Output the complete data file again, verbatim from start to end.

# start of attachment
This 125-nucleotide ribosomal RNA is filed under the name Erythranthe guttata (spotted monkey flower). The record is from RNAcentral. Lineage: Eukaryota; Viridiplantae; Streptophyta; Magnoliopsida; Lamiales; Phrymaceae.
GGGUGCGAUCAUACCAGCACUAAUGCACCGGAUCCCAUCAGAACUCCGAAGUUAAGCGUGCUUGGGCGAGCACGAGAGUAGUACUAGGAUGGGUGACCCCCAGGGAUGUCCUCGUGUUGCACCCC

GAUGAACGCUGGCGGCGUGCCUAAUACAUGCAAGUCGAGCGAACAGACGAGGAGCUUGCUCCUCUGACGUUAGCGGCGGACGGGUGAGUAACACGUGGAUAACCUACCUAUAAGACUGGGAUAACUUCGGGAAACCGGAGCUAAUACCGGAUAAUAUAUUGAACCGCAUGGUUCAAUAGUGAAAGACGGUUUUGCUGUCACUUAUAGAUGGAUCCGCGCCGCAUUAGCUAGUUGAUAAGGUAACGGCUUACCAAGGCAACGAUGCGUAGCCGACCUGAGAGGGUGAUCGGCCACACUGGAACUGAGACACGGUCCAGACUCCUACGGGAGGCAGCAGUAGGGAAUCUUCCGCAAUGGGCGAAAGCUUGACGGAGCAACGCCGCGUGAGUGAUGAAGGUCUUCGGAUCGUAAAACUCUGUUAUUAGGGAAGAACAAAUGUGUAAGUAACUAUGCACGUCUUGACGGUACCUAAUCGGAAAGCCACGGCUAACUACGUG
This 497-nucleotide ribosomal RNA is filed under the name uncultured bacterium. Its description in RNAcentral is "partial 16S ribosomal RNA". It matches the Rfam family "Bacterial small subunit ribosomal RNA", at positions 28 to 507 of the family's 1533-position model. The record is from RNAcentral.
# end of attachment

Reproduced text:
This 125-nucleotide ribosomal RNA is filed under the name Erythranthe guttata (spotted monkey flower). The record is from RNAcentral. Lineage: Eukaryota; Viridiplantae; Streptophyta; Magnoliopsida; Lamiales; Phrymaceae.
GGGUGCGAUCAUACCAGCACUAAUGCACCGGAUCCCAUCAGAACUCCGAAGUUAAGCGUGCUUGGGCGAGCACGAGAGUAGUACUAGGAUGGGUGACCCCCAGGGAUGUCCUCGUGUUGCACCCC

GAUGAACGCUGGCGGCGUGCCUAAUACAUGCAAGUCGAGCGAACAGACGAGGAGCUUGCUCCUCUGACGUUAGCGGCGGACGGGUGAGUAACACGUGGAUAACCUACCUAUAAGACUGGGAUAACUUCGGGAAACCGGAGCUAAUACCGGAUAAUAUAUUGAACCGCAUGGUUCAAUAGUGAAAGACGGUUUUGCUGUCACUUAUAGAUGGAUCCGCGCCGCAUUAGCUAGUUGAUAAGGUAACGGCUUACCAAGGCAACGAUGCGUAGCCGACCUGAGAGGGUGAUCGGCCACACUGGAACUGAGACACGGUCCAGACUCCUACGGGAGGCAGCAGUAGGGAAUCUUCCGCAAUGGGCGAAAGCUUGACGGAGCAACGCCGCGUGAGUGAUGAAGGUCUUCGGAUCGUAAAACUCUGUUAUUAGGGAAGAACAAAUGUGUAAGUAACUAUGCACGUCUUGACGGUACCUAAUCGGAAAGCCACGGCUAACUACGUG
This 497-nucleotide ribosomal RNA is filed under the name uncultured bacterium. Its description in RNAcentral is "partial 16S ribosomal RNA". It matches the Rfam family "Bacterial small subunit ribosomal RNA", at positions 28 to 507 of the family's 1533-position model. The record is from RNAcentral.